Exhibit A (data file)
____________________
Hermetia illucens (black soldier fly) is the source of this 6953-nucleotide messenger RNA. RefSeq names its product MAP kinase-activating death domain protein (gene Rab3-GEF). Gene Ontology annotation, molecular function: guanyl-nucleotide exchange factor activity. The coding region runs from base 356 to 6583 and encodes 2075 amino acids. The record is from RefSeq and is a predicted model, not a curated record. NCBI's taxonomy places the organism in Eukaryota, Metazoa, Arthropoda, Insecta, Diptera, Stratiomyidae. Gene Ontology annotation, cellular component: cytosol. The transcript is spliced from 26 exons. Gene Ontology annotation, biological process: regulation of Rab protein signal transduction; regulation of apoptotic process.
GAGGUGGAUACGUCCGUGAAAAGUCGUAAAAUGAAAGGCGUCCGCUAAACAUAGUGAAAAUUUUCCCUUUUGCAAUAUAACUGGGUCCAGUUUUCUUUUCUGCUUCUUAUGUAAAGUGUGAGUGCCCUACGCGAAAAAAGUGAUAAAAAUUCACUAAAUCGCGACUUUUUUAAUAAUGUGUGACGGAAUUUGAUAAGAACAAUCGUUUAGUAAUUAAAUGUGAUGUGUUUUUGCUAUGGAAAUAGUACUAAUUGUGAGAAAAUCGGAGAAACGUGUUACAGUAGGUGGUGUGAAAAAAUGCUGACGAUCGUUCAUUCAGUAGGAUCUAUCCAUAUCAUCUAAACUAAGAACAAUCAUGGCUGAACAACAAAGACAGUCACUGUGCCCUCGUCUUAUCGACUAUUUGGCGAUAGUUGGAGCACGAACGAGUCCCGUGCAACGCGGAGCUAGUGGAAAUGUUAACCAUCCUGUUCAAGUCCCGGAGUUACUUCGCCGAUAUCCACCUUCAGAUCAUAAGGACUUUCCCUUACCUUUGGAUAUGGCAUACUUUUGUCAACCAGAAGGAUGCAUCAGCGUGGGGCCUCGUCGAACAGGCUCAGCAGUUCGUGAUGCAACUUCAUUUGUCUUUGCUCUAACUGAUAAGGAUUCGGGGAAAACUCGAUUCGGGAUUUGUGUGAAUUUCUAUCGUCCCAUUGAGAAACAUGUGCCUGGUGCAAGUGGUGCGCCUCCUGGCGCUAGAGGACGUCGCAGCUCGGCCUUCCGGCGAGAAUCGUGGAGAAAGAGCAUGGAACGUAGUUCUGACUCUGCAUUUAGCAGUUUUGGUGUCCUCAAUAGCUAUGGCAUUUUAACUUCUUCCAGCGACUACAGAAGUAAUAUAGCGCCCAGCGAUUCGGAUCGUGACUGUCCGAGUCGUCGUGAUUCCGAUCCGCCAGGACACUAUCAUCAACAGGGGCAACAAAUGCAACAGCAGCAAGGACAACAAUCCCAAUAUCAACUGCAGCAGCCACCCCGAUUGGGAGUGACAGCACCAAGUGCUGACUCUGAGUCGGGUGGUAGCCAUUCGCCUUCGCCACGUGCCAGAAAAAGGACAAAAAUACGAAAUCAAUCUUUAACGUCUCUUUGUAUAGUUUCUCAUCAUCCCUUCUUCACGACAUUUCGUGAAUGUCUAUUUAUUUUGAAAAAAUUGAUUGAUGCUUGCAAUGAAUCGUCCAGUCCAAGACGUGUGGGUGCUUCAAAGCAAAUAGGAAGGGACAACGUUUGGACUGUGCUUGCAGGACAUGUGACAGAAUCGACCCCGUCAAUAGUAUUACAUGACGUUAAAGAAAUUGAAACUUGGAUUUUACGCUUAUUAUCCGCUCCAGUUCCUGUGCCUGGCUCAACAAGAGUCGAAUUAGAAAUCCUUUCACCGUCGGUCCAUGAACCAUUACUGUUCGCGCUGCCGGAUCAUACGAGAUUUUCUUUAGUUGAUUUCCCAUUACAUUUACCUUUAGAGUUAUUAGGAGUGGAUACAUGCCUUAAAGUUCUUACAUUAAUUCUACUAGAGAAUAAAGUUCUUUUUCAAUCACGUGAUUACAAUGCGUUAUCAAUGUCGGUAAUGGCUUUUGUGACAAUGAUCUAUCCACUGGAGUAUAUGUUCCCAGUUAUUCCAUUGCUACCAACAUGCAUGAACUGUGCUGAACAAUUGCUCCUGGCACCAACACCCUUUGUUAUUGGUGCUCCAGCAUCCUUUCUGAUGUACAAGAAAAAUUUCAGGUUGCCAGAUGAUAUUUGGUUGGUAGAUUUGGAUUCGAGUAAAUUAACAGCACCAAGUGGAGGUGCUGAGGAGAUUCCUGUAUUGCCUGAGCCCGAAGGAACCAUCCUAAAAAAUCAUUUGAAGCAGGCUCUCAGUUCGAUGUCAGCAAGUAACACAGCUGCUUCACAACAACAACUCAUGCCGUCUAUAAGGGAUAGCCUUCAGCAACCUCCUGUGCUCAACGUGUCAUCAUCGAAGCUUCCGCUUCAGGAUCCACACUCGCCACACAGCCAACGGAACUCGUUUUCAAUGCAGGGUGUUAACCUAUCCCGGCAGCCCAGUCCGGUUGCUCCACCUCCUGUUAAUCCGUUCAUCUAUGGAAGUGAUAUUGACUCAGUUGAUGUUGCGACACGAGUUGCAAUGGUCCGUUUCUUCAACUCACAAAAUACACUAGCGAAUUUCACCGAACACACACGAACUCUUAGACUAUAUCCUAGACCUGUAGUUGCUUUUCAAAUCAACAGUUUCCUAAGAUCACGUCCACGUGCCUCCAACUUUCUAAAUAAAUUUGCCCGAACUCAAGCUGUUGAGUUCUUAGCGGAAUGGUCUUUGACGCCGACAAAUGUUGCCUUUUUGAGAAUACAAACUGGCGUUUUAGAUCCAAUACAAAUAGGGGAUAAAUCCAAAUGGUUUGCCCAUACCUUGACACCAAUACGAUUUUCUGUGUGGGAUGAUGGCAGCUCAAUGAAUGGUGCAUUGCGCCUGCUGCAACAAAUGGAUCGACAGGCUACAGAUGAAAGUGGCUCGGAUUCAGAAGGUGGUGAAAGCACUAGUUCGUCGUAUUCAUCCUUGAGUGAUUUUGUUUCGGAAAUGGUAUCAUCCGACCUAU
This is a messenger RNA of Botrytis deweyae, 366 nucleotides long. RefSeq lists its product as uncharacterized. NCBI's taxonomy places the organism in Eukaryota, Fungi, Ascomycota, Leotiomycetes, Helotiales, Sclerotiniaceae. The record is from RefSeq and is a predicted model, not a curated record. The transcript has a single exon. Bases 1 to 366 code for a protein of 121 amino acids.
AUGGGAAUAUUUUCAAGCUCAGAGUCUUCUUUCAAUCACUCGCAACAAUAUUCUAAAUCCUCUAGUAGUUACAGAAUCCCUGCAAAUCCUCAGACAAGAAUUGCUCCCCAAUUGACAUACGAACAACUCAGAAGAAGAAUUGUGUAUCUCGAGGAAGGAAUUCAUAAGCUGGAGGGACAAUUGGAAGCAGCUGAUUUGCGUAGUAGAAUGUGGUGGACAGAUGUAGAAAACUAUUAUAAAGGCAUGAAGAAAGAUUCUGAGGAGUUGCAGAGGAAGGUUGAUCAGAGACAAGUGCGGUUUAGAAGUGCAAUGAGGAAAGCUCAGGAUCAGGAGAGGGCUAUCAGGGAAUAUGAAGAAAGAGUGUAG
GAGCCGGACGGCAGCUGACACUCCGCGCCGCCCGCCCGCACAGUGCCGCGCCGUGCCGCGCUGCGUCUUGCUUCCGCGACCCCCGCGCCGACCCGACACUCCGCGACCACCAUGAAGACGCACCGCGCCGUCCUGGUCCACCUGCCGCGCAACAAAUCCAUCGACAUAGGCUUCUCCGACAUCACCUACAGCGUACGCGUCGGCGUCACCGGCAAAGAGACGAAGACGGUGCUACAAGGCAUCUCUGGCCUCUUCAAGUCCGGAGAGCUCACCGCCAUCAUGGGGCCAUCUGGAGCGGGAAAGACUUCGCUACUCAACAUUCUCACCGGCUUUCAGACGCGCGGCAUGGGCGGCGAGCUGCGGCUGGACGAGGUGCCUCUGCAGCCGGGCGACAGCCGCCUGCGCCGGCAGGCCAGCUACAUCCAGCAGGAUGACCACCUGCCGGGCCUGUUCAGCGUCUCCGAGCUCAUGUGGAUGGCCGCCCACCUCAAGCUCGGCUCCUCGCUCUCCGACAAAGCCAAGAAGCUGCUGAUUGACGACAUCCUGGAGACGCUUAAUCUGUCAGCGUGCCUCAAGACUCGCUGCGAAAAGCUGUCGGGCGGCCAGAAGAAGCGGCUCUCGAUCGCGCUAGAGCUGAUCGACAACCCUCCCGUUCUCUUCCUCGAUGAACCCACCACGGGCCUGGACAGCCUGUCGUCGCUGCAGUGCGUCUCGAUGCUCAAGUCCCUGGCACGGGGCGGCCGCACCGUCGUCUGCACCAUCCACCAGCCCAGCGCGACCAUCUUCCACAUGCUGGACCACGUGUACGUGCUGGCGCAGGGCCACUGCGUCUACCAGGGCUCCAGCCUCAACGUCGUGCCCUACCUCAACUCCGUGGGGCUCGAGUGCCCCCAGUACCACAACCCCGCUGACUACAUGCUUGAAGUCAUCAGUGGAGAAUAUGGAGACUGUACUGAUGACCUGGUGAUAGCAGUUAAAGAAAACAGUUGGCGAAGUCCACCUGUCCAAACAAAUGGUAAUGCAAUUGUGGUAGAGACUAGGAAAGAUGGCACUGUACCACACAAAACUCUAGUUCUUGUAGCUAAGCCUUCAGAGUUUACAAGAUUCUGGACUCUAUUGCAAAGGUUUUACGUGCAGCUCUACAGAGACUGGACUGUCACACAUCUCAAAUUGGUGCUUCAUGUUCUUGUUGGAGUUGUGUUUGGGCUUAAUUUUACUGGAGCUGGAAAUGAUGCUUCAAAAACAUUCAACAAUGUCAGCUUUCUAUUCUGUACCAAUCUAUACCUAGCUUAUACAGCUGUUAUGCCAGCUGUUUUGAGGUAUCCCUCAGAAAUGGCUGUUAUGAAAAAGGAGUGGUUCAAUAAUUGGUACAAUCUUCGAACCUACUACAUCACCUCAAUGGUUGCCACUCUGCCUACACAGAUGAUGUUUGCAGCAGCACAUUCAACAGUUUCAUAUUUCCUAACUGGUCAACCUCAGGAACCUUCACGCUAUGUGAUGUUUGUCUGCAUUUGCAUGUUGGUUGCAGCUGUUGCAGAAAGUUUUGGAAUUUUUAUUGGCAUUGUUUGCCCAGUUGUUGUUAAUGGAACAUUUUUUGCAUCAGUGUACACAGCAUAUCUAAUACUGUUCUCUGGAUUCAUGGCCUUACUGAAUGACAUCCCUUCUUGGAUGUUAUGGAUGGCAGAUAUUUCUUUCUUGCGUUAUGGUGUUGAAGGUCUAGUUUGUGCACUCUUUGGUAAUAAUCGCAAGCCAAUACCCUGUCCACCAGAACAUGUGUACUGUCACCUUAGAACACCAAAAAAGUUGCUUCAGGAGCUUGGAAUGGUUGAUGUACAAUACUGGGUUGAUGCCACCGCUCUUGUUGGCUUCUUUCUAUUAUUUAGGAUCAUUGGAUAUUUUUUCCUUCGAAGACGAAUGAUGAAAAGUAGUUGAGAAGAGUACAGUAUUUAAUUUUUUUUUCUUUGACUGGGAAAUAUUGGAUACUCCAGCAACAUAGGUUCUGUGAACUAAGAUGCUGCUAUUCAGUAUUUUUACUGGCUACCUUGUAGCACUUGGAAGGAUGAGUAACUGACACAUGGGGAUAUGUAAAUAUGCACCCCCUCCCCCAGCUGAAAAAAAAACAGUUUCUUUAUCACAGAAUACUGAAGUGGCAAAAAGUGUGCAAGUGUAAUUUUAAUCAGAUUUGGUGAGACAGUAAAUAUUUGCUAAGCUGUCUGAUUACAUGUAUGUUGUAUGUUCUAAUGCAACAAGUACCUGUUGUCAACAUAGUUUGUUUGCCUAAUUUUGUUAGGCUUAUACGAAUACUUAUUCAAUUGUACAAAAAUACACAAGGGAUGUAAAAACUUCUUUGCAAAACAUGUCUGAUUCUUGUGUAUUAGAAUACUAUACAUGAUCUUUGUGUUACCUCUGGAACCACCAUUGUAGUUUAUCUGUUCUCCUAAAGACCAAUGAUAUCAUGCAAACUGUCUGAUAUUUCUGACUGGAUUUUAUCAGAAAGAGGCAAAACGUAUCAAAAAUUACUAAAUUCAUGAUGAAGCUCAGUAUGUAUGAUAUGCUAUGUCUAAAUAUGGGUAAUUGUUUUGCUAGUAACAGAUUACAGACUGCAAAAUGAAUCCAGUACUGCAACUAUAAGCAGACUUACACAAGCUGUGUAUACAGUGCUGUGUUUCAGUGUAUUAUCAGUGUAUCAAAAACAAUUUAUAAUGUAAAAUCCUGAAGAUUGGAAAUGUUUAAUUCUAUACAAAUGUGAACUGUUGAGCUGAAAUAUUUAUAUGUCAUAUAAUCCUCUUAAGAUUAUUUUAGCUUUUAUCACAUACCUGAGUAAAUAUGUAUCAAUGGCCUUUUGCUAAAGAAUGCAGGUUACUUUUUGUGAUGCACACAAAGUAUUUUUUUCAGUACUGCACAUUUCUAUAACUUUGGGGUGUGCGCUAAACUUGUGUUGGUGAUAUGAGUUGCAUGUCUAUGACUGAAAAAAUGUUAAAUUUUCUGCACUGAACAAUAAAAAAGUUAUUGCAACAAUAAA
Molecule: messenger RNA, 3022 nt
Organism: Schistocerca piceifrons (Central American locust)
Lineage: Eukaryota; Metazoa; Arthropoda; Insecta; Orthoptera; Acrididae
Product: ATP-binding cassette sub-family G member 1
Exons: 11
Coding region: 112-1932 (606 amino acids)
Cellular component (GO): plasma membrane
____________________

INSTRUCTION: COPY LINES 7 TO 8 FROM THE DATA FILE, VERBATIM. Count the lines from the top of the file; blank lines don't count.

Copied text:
Organism: Schistocerca piceifrons (Central American locust)
Lineage: Eukaryota; Metazoa; Arthropoda; Insecta; Orthoptera; Acrididae